“Now that the matter has been brought to our attention, it is (up to us) to verify that information as the government,” she told broadcaster SABC at the time. “The police have a responsibility to make sure that when they come back these people are arrested.”
South African law forbids its citizens from participating in foreign wars. Most South African mercenaries are believed to be soldiers who fought for the apartheid regime.
The Nigerian Army has spoken about impending military deployments against Boko Haram, saying in a statement over the weekend that the country's sovereignty was under threat.
“The next few days would be crucial to the operation Lafiya Dole (Peace by Force),” the Chief of Army Staff, Lt.-Gen. Tukur Buratai, said in a message to troops. “It is also crucial to our country Nigeria. Our sovereignty as a nation is threatened.”
“The Nigerian army and indeed the military as the symbol of our nationhood are being challenged. Our ability to stand and defeat the Boko Haram terrorists in the next few weeks will determine the future of our country.”
The use of mercenaries is not a new phenomenon in Nigeria’s conflicts. Hundreds of French mercenaries fought on the side of Biafran rebels against the Nigerian army in the late 1960s.
The country also hired mercenaries to weaken Boko Haram between February and early April 2015 when the army rolled back much of the militants’ advances.
However, the government claimed the mercenaries only operated as instructors.
Meanwhile, the federal government has arraigned five suspected members of the Boko Haram sect at the Federal High Court in Abuja for allegedly masterminding the Nyanyan and Kuje bombings early this month, resulting in the death of scores and injuring several others.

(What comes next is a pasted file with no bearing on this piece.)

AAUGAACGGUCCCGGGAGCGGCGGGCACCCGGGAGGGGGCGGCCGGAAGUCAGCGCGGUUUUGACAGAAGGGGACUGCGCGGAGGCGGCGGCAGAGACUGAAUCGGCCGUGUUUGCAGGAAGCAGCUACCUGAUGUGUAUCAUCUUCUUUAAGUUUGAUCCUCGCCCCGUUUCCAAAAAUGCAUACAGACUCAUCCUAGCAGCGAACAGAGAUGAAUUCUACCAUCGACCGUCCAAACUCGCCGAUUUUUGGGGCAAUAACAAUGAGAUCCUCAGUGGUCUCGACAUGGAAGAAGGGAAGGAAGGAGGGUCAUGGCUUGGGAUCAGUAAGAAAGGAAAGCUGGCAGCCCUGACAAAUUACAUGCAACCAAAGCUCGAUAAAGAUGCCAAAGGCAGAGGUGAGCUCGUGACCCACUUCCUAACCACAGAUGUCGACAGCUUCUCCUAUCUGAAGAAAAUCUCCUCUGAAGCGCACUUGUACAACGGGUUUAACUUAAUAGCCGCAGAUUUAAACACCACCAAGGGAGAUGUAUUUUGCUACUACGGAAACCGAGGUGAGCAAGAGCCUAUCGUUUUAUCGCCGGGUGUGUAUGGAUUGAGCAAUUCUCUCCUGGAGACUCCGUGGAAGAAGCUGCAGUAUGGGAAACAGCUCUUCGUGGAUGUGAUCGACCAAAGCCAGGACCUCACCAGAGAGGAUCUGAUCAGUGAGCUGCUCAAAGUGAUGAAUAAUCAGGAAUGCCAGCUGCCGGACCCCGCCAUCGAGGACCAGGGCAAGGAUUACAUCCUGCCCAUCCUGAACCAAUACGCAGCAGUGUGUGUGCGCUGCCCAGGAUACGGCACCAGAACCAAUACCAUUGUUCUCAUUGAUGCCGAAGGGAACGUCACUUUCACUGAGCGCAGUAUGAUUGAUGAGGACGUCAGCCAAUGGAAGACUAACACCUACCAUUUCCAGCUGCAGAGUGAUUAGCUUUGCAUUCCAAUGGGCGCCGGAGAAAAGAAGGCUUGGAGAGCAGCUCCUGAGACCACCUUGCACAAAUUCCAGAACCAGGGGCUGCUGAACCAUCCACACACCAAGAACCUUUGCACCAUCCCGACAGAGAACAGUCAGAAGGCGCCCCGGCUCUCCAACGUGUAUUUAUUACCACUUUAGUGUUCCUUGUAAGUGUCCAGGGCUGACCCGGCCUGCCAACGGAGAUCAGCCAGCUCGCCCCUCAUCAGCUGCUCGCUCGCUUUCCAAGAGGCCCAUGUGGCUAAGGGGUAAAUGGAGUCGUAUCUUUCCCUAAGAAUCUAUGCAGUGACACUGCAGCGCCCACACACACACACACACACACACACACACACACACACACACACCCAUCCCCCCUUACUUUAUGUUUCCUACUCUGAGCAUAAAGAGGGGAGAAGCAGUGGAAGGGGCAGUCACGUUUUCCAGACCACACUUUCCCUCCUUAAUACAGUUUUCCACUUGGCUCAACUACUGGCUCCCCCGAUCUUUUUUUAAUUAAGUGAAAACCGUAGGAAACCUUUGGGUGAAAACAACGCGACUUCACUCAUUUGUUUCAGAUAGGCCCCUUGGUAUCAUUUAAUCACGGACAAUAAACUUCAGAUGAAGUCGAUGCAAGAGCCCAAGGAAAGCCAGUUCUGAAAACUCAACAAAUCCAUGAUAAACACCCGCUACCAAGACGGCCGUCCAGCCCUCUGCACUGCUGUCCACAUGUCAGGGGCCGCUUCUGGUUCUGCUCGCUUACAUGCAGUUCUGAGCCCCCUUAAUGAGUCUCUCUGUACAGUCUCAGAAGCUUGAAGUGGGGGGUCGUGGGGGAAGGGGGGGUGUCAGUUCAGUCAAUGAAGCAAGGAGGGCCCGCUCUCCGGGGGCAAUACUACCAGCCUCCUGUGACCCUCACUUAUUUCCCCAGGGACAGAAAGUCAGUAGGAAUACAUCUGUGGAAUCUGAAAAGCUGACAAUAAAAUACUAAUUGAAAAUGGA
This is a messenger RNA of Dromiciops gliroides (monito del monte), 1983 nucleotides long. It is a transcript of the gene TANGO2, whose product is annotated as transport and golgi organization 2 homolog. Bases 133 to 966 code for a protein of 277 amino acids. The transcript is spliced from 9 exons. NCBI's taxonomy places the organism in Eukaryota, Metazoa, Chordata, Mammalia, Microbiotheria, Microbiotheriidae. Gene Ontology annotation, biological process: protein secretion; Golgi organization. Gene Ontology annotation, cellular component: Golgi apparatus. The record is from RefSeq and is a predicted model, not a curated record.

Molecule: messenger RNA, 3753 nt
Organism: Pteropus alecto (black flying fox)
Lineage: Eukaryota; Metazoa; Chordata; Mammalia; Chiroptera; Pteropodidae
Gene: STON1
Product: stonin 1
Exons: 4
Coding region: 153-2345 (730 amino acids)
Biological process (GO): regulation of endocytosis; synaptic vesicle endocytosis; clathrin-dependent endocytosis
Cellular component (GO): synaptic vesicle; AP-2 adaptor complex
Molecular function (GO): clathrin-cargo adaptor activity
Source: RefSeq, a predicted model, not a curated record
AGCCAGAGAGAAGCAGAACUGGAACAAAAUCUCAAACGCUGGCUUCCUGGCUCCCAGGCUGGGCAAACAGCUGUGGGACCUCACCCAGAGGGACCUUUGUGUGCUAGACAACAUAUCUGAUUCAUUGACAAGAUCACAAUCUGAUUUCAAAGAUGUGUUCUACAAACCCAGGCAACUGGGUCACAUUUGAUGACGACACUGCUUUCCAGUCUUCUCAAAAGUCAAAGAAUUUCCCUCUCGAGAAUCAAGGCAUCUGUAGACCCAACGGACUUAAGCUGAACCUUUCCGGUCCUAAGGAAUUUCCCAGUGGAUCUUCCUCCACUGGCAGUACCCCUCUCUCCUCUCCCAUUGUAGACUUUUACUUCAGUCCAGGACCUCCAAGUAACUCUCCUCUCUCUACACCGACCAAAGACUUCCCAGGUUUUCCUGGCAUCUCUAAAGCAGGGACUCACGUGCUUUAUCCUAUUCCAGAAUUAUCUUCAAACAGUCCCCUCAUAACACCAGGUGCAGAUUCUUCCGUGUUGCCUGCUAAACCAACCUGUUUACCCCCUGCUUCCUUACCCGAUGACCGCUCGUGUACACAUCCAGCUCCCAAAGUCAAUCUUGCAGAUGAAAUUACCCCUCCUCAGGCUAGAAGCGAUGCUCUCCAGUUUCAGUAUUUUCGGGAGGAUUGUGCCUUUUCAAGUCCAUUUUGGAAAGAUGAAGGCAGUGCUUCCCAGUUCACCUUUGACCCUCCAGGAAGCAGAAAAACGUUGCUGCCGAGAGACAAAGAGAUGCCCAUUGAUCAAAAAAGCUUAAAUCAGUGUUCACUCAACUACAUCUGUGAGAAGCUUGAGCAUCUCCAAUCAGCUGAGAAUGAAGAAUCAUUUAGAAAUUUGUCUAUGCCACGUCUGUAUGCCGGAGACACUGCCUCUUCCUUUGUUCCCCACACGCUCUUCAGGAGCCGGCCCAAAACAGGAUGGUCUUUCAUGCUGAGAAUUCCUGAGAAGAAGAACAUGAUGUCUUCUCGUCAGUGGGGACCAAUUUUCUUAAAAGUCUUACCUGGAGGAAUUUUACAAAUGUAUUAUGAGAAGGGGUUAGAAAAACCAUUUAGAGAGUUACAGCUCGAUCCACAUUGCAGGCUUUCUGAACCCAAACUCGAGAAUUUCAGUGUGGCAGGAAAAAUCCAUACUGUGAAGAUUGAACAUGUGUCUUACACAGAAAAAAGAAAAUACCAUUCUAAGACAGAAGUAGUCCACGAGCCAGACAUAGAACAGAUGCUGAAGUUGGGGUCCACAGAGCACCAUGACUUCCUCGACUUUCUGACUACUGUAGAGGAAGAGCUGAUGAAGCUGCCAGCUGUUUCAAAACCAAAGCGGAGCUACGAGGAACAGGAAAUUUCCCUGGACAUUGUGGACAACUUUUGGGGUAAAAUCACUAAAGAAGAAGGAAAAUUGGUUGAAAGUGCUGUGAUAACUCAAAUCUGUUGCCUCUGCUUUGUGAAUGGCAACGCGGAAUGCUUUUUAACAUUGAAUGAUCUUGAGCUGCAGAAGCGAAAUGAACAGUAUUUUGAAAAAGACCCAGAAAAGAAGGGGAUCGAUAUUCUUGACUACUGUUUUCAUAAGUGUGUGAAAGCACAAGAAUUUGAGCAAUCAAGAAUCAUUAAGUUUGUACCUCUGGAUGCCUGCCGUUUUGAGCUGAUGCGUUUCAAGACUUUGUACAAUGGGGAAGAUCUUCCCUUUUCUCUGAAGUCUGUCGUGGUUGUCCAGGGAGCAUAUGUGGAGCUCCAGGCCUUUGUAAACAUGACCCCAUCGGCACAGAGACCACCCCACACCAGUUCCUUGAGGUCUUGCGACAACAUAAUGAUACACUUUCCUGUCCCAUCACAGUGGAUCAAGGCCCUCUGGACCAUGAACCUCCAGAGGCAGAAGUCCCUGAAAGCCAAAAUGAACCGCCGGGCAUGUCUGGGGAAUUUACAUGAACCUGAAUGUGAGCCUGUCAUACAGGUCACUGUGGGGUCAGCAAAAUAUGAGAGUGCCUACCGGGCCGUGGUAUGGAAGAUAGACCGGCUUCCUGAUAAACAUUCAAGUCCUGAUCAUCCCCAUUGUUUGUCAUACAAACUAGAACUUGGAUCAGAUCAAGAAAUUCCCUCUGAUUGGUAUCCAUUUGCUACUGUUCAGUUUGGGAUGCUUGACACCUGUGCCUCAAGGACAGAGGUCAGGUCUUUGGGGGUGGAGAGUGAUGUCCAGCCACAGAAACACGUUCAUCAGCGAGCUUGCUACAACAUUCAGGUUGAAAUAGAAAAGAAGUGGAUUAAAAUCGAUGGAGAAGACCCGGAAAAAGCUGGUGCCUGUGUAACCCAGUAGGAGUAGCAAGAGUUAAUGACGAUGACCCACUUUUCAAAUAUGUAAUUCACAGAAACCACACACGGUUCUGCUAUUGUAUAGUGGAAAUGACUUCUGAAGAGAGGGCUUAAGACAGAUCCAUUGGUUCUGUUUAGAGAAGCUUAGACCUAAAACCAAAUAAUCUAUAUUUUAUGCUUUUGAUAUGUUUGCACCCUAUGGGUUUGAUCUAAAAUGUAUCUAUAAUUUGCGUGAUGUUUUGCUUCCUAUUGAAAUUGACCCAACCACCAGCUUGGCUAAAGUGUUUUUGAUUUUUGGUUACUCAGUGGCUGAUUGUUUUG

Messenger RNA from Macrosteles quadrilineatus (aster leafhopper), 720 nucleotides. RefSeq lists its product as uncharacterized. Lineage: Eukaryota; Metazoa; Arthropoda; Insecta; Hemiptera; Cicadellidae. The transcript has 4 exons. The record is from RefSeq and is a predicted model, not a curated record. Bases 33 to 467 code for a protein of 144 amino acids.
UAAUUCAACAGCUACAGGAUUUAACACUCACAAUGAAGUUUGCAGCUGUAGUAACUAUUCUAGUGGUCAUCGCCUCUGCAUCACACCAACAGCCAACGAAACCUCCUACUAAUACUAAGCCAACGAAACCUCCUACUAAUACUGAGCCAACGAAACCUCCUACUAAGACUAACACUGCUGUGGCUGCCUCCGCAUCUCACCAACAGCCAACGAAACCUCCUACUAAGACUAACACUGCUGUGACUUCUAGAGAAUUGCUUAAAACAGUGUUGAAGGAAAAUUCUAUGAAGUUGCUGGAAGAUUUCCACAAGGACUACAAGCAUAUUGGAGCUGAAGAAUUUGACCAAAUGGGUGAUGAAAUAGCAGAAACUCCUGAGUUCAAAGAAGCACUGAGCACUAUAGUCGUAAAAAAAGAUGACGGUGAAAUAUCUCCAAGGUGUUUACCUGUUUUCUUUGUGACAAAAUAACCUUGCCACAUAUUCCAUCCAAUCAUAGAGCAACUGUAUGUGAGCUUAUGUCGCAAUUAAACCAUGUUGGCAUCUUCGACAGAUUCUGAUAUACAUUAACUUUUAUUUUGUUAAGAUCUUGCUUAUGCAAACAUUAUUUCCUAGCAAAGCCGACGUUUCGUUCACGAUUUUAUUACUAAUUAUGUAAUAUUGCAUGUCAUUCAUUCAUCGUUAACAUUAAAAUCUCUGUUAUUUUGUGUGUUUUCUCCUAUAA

The accused persons – Abdulazeez Muhazab, Ishaka Salihu, Mohammed Jimoh, Abdulwaheed Nasiru and Abdullahi Nasiru – are being tried on five-count terrorism-related charges before the presiding judge, Justice Abdulkadiri Kafarati.
The prosecuting counsel, Mr. Mohammed Saidu Diri, at the trial on Thursday slammed the accused persons with conspiracy, contrary to Section 17 of the Terrorism Prevention Amendment Act, for acts of terrorism contrary to Section 2(a) of the same Act, for acting preparatory to an act of terrorism contrary to Section 2(b) of the same Act, and accessories to an act of terrorism contrary to Section 2(g) of the same Act.
The prosecution also alleged that 12 ready made bombs and bomb making devices comprising 27 detonators, aluminium powder, hexomine, hydrogene peroxide, sulfur powder, sodium oxide plus nitrate, soldering wire, sodium carbonate, thermometers, PH litmus paper and a bag of fertiliser were found in their possession on October 6.
The accused persons however pleaded not guilty to the charges except Mohammed Jimoh who pleaded guilty to count five only.
Diri, who is the Director of Public Prosecution of the Federation, told the court that the investigation into the alleged crime had been completed and that his team was ready for prosecution.
He asked Justice Kafarati for an adjournment to enable him assemble his witnesses and exhibits to be tendered during the trial.
An attempt by the defence lawyer, Nureni Suleiman, to apply for bail of the accused person orally was unsuccessful.
Suleiman also clarified that one of the accused who pleaded guilty “was not properly informed; the way the charges were read to him seemed not to be clear to him”.
According to him, “Pleading guilty is not a big deal, because this is a capital offence and he can still withdraw it.
“I am just getting involved in the matter and have not been properly briefed and that is why I requested that they be transferred to Kuje Prisons where I can have access to them.
“Also, one of the guys said he is an armed robber, saying he was actually locked up before the explosion.”
Justice Kafarati adjourned the trial to November 17 and 24 this year.
He also ordered that the accused persons be moved from police custody to Kuje prison.